Introduction: Replace the DC Plug on an Apple IBook Silver "yo-yo" Power Adapter.
There are a couple other instructables on how to repair the DC connector and how to repair the cord near the power supply.
My problem was a little different than either of theirs. I had repaired the connector in the past -- the cord frayed and shorted right near the DC connector (the part that goes into the computer) so I spliced it and tried making a better strain relief. That lasted for a couple years but it broke again so I figured I'd try and replace the connector entirely.
Step 1: Disassemble the Old Connector
Since Apple can change their minds anytime, I recommend that everyone disassemble their existing connector to decipher how the power supply connects. Mine is a "yo-yo" or "saucer" supply #M7332 that came with the Indigo "Clamshell" iBooks.
I used hot-glue as a strain relief in my last repair so I used a heat gun to get the glue off. I don't remember how the connector came apart originally, but the gist was to cut off the plastic shell then pry apart the metal shell. These are the pieces I came up with.
Step 2: Selecting the Replacement Connector
The connector is clearly a 1/8" stereo headphone plug with a custom metal shell around it. I bought a replacement plug but it didn't look like it would be easy to fit it inside the metal shell.
I decided to hedge a bet and just install the replacement jack without the original metal outer shell.
Although the outer shell was connected to the middle-ring and to the wire shield, I guessed that the shell itself was not connected for supplying power. I would have to take apart the iBook to find out for sure, but for the time being I just assumed it wasn't connected. If the resulting repair failed to get the iBook powered, then I could assume I was mistaken.
Step 3: Prepare the Wire
Now that the plan was established, I started wiring up the new connector. The first step was to cut the cord and prepare the cut end to be soldered. Check out the other pictures for details on how to strip shielded wire.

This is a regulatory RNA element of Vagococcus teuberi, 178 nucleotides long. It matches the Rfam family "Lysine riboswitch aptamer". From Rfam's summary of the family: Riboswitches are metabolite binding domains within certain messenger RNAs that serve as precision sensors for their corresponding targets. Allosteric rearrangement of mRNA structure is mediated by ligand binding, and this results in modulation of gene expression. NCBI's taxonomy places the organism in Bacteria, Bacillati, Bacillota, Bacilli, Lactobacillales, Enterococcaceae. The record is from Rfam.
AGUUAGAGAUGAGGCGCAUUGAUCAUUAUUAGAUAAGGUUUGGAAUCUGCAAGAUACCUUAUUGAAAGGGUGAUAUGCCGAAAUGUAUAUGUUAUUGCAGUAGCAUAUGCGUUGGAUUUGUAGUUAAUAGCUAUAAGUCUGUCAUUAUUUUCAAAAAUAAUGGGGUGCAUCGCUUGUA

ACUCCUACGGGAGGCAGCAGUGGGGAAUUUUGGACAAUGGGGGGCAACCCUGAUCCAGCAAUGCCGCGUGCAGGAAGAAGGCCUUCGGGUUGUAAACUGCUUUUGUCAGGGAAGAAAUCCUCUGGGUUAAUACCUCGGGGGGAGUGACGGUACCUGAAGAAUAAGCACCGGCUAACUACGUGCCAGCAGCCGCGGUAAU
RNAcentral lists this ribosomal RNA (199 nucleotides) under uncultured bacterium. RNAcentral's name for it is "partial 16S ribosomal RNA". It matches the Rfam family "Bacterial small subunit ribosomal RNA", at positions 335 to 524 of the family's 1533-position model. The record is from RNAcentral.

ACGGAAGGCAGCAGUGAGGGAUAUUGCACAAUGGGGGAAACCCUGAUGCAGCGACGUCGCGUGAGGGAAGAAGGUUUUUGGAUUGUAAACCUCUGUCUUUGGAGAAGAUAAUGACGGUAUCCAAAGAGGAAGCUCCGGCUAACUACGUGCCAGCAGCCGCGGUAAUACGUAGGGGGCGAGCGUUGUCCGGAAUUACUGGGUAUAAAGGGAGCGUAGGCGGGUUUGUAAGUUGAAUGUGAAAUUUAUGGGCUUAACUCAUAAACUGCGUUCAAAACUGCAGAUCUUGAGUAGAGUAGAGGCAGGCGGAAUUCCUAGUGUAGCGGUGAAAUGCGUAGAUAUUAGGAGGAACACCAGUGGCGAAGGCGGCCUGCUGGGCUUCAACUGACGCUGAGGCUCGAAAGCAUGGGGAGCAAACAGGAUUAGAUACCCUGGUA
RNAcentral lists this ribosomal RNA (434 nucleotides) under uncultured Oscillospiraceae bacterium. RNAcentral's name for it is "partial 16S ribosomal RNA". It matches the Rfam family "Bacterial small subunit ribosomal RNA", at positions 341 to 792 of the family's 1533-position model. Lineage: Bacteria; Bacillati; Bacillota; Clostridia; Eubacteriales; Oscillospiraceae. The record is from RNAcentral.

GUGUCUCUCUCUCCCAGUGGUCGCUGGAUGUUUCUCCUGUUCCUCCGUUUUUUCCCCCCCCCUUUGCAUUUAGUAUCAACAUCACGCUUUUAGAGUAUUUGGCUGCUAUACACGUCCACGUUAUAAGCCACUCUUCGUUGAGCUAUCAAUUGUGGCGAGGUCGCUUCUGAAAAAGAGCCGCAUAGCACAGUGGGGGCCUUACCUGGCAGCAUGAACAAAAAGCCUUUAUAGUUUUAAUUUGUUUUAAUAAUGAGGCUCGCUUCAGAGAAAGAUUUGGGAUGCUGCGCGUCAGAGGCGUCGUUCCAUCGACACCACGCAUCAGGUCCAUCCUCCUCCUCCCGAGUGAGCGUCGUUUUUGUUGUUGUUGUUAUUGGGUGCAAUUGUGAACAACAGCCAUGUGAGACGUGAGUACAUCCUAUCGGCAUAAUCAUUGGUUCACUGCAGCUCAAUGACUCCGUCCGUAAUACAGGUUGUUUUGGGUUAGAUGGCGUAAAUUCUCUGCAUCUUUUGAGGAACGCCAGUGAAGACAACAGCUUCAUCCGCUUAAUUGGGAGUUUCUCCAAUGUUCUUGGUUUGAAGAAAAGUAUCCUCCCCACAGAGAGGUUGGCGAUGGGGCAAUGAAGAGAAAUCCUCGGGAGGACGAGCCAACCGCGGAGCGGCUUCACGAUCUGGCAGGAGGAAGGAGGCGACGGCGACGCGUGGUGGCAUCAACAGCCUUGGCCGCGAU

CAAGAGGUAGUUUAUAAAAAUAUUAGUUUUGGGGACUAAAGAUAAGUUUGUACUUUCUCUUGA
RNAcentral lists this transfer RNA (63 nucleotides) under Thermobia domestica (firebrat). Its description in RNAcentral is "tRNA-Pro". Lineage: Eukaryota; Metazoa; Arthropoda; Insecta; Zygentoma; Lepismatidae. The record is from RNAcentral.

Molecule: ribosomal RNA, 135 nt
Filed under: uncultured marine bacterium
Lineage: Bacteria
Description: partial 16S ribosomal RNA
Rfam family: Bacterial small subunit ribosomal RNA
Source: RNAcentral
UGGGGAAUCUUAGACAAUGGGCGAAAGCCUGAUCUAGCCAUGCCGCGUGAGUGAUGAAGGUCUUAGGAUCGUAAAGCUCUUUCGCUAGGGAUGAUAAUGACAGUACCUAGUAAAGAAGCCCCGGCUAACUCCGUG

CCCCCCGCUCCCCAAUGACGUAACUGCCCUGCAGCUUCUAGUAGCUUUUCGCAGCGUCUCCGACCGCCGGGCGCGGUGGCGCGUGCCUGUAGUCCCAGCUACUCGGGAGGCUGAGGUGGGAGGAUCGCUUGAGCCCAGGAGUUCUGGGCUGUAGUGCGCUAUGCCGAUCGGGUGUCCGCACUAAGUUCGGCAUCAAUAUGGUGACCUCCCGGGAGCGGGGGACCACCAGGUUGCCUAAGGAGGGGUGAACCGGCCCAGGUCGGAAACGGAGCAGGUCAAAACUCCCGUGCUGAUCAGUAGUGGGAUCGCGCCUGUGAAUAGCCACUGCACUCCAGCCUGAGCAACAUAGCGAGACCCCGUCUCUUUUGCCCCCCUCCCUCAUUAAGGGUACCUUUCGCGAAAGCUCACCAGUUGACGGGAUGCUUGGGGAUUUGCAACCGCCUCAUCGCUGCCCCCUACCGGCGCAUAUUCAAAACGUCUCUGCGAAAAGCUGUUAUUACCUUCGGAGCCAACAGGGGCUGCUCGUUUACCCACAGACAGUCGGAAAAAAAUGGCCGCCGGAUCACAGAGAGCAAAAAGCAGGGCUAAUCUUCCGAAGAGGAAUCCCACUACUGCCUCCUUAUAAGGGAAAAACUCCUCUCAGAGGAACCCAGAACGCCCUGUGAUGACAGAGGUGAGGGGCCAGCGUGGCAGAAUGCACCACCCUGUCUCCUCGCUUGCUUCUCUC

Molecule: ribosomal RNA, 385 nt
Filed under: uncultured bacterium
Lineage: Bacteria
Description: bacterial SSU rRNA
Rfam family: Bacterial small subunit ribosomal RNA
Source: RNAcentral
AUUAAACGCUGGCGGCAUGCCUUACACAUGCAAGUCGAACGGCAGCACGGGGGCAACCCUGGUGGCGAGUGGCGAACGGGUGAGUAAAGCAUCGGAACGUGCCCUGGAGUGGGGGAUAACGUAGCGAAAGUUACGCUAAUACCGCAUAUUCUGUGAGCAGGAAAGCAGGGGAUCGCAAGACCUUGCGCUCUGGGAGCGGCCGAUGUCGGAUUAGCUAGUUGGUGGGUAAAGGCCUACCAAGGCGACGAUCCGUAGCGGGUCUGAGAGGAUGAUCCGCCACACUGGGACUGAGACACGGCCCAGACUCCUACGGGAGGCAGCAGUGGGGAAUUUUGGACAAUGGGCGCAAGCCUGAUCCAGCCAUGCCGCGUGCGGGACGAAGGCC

First, remove about a half-inch of outer insulation without damaging the wire braid. I find that if I use a sharp blade with light pressure against the wire, I can gently roll it along the blade and it will cut nicely. If it isn't obvious, it's easy to cut your thumb, so take your time and be careful.
Next, to separate the braided insulation, I use a pick to comb out the wires. Some electronic shops sell them as dental picks -- it's a handy tool to have. Once the wires are fanned out, I pull them to one side and twist them together.
Usually I'd leave a long tail on the twisted braid, but since I'd be connecting it "backward" (the braid connects to the inner-ring and the center-conductor connects to the shell/ground) I cut it short and tinned the ends.
Step 4: Solder on the New Connector
Next is to solder on the new connector. First, heat the tabs to connect with the soldering iron and tin on a blob of solder to each. For the connector shield, put a blob on the strain-relief bar. I found it easier to kink the center conductor and solder it first to the strain relief bar. Once I did that, the short stub of braid was nearly in place to connect to the middle-ring connector.
Step 5: The Moment of Truth
Check your work at this point and make sure nothing is shorted out -- or will short out when you assemble the connector housing. (Hopefully you didn't skip the part about putting the shell on the wire before soldering and can now assemble it.) On my connector there were bendable strain-relief tabs. Bend them gently over the insulation -- unlike 99% of times wiring a headphone jack, this time you don't want the braided shield to connect to the strain relief or it will short out the power supply.
Once everything was done, it was time to try plugging it in. As indicated by the orange glow, it appears to have worked!